Get pedalling to music festivals

Tuesday 1st June 2010 By James Styring in Oxford Mail

It was about time I cycled, I realised, rather than spending all my time writing and talking about it. Too often I’m asked what big rides I’ve done and I have to admit: I don’t cycle all that much. Sad but true.

That’s partly because I work at home and partly because I have to walk the dog any time I do a leisure ride. Don’t get me wrong, I do cycle everywhere that’s under 10 miles, but that isn’t a whole lot. The shops, the pub, a mate’s house, err… repeat.

Oxford Cycle Workshop is the antithesis of me. From the emails it sends to members, it clearly devotes time to long rides, short rides, fast rides, social rides, alleycats (treasure hunts), bike polo, fixing up your own bike – the list makes me feel positively lardy. So when I received the invitation to cycle on a Friday afternoon out to Wood Festival, 15 miles south of Oxford: “Dammit,” I thought, “Dammit! Yes, I can.”

And so the day came and the sun was shining brilliantly. I’d taken the afternoon off and spent an hour preparing for the ride in an ebullient mood. Miffed that I couldn’t find my Lycra shorts and wicking vest, I mustered all the tools I could carry and slipped them into a Camelbak with a ‘bladder’ full of water.

I arrived at OCW in Magdalen Road riding a flash carbon-fibre racing bike with clipless pedals. Instantly I felt like the jerk who’d turned up at a genteel cocktail party in outlandish fancy dress.

I was glad about that missing Lycra. Everyone waiting for the ride was – well – normal, with regular city bikes, open-toed shoes and panniers full of camping gear. One couple was even towing a trailer with a toddler in it.

I feared a plodding pootle but, in fact, the ride was awesome. We followed National Cycle Route 5 via Abingdon to Didcot and beyond, to Braziers Park.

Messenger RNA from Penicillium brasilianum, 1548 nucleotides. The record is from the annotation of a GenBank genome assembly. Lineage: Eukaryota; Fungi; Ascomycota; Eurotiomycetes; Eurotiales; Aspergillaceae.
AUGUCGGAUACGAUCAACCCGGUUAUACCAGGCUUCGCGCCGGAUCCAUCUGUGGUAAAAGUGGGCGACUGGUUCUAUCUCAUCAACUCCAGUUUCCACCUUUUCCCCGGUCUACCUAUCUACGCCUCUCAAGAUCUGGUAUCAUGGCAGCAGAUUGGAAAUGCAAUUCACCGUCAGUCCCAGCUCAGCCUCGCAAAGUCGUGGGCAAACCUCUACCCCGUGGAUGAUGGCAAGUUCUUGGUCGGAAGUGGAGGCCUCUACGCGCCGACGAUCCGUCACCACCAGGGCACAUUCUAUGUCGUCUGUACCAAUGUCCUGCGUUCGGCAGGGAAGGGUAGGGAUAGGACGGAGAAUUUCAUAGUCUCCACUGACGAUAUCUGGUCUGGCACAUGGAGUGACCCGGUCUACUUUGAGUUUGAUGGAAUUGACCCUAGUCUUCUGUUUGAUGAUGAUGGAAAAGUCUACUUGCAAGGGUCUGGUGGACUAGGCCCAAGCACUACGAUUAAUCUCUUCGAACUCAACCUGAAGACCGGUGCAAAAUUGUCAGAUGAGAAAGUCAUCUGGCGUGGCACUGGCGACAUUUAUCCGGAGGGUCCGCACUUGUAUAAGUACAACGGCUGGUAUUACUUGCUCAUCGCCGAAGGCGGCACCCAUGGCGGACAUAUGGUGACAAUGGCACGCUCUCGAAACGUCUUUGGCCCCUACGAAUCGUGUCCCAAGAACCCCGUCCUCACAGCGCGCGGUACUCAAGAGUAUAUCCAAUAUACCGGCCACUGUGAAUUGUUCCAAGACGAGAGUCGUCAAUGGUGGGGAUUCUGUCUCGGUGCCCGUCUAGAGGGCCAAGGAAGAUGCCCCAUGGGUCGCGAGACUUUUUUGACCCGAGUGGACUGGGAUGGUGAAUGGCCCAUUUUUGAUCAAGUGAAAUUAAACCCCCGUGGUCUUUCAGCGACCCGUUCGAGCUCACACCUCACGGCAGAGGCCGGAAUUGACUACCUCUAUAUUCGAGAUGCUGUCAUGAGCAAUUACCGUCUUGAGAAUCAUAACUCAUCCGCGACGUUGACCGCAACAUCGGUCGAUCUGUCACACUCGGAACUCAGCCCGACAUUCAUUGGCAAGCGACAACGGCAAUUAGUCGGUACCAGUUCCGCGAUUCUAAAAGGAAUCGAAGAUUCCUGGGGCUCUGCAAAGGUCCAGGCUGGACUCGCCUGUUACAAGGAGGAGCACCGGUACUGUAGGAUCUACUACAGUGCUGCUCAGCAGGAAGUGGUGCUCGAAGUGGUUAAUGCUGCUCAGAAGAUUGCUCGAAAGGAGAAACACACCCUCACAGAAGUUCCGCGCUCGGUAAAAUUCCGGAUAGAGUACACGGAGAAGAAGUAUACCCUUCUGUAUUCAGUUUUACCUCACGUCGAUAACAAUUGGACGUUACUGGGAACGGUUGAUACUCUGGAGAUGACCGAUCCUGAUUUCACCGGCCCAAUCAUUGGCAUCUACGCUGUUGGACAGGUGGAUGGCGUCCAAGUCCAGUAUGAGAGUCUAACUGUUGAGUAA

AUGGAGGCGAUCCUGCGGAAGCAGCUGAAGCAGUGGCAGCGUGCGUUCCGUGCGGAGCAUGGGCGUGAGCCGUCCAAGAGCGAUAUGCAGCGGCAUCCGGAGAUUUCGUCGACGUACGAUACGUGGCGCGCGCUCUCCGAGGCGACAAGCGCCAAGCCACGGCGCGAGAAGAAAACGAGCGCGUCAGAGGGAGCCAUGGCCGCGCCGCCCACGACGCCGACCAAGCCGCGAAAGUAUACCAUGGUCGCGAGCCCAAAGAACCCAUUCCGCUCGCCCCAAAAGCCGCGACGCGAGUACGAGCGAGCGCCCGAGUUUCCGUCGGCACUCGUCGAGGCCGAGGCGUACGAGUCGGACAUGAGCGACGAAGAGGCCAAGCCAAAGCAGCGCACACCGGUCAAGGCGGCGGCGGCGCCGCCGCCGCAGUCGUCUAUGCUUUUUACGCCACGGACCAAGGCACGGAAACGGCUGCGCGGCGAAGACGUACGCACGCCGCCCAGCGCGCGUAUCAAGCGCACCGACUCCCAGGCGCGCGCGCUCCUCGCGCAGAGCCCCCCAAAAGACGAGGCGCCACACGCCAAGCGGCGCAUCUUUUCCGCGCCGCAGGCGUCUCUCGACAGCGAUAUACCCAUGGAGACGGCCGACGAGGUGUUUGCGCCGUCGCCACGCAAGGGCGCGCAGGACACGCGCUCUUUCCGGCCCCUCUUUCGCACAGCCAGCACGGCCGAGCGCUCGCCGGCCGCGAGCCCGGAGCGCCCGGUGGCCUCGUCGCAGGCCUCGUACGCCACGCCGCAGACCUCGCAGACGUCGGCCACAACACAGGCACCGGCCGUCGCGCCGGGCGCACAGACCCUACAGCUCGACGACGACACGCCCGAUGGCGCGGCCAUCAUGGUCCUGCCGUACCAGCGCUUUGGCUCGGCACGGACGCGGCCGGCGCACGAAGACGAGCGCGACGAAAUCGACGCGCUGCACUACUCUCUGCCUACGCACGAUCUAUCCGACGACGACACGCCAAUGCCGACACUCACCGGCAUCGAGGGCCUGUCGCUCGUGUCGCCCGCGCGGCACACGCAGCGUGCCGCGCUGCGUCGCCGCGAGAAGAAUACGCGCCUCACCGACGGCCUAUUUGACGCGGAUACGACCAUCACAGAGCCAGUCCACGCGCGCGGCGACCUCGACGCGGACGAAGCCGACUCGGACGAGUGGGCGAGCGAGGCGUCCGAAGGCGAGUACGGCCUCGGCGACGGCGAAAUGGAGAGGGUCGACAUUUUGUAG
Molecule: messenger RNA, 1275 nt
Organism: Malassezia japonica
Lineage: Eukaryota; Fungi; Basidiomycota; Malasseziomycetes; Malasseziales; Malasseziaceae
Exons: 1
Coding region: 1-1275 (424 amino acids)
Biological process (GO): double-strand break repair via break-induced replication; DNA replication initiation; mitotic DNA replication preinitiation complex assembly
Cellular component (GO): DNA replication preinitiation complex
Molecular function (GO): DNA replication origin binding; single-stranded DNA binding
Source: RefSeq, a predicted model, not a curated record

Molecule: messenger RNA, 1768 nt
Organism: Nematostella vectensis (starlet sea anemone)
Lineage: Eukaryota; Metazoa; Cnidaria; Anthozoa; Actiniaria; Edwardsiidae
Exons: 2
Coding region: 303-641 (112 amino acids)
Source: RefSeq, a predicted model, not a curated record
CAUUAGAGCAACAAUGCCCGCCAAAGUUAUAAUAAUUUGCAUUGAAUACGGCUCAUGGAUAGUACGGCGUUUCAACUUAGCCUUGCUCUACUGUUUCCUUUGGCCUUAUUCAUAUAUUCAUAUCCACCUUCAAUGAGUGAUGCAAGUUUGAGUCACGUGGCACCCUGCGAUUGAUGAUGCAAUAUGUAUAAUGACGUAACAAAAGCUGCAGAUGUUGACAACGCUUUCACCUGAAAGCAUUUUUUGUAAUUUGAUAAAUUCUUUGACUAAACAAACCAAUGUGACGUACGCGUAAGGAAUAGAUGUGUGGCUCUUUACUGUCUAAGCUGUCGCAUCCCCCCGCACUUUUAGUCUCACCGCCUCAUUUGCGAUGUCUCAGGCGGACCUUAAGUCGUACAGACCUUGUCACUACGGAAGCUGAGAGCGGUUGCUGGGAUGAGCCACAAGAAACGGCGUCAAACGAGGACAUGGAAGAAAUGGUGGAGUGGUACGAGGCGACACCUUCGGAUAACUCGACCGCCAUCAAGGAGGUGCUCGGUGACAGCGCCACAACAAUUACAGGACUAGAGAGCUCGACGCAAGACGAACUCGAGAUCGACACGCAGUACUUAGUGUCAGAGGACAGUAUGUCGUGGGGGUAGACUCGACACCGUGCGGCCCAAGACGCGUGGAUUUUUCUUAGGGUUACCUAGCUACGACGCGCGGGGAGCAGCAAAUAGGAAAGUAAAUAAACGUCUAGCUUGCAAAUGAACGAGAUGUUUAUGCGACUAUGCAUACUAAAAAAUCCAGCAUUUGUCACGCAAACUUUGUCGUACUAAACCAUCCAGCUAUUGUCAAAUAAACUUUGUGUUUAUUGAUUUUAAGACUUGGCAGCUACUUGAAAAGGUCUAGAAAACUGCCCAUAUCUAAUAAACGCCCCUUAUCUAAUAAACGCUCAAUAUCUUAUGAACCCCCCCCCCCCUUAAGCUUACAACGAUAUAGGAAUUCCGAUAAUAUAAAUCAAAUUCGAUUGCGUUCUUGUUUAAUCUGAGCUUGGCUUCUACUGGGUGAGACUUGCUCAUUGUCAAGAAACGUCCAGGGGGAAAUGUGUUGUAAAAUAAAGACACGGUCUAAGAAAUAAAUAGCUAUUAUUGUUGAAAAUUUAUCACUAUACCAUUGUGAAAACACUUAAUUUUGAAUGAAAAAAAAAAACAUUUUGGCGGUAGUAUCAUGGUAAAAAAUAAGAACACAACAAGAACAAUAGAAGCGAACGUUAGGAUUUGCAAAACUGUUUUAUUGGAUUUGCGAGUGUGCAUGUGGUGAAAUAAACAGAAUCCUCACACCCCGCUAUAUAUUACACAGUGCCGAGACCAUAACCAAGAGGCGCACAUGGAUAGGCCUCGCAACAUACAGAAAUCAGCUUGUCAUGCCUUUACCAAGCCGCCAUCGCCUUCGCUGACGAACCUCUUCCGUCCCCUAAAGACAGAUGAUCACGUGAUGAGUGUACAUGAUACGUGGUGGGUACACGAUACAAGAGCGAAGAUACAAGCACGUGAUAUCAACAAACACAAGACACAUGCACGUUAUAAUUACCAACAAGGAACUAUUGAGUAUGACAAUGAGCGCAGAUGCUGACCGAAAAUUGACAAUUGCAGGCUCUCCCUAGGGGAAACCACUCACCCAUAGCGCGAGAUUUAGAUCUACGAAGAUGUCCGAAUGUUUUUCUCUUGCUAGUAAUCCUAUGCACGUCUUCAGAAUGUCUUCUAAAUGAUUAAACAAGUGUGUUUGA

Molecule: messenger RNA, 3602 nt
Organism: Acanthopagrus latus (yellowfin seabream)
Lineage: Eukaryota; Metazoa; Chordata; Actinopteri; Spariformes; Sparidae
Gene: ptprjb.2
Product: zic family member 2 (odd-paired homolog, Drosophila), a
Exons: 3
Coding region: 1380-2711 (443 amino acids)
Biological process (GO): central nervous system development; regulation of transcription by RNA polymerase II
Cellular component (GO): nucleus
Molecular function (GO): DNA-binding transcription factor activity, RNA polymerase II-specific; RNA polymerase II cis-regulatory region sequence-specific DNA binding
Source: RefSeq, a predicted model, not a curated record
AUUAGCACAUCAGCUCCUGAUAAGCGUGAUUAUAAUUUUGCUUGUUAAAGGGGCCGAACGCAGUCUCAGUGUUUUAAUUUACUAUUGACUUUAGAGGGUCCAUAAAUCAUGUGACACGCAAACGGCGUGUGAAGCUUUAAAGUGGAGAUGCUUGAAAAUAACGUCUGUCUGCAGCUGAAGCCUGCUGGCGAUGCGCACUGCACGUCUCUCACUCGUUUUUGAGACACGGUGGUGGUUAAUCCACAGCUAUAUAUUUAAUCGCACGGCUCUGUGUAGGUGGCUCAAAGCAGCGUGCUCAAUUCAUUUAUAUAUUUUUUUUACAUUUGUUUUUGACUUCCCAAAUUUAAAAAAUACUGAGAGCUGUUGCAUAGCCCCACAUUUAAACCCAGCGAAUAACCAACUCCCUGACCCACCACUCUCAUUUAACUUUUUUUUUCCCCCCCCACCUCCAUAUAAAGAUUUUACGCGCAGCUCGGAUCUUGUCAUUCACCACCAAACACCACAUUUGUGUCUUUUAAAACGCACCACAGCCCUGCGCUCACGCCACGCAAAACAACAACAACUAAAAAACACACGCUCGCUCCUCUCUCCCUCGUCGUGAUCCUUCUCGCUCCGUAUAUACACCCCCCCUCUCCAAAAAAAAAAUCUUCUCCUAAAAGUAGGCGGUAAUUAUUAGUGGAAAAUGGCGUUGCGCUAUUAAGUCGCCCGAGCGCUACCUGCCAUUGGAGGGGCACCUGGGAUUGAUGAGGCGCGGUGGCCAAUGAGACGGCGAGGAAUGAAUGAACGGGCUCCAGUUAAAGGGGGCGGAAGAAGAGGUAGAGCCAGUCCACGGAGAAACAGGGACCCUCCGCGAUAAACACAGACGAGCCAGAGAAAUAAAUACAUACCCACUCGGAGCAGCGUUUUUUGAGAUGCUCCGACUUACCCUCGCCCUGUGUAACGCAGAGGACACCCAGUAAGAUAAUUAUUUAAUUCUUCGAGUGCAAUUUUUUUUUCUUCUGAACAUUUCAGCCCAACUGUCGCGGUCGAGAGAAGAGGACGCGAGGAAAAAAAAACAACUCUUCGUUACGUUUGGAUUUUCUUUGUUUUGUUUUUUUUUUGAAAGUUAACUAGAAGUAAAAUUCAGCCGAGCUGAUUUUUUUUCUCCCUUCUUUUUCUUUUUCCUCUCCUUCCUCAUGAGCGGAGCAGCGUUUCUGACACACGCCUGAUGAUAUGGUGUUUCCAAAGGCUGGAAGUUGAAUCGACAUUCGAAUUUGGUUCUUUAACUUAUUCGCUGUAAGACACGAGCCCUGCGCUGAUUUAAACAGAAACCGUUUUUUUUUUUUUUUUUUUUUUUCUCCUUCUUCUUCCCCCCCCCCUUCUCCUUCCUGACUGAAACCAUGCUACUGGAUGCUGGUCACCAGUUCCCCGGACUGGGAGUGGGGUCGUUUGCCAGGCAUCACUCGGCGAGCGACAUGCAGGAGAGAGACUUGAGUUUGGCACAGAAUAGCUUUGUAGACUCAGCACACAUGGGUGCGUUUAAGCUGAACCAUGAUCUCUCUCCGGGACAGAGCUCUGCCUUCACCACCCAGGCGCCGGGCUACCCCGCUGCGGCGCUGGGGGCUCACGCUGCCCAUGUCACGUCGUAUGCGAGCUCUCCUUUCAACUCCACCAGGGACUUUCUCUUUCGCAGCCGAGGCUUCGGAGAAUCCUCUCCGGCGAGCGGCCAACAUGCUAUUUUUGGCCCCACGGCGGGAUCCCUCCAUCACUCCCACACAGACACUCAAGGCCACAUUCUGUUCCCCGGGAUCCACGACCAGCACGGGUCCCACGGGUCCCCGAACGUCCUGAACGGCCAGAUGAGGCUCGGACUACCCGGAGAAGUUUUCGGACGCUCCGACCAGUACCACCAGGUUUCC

There were a few stretches of fast-traffic roads, but mostly we followed cycle tracks and shady lanes. This is a ride anyone with an OS map or an iPhone could organise for themselves. I know I’ll be back for more.

The English countryside at this time of the year is jaw-droppingly beautiful. The nearer we got to Wood, the more picture-postcard perfect the landscape.

The two-hour ride took us three-and-a-half thanks to a few punctures and a broken spoke, and was all the better for this extension.

We arrived at Wood an hour before dark.

Immediately I wished I was staying for longer than one evening. The organisers are serious about getting festival-goers to avoid cars, and most gallantly award anyone who cycles to the festival a free pint. I claimed mine in a large tent labelled The Hippy Arms. The Cotswold Spring Lager was the best I’ve had all year.

As I reminisced on the way home, via Goring station (on the Oxford–London main line), three miles from Wood, I vowed I’d go to Wood for the full three days next year, though I will take advantage of the OCW courtesy van which carries cyclists’ baggage.

In the meantime, why not cycle to Wood’s sister festival, Truck, at Steventon in July?

Go on… you know you can!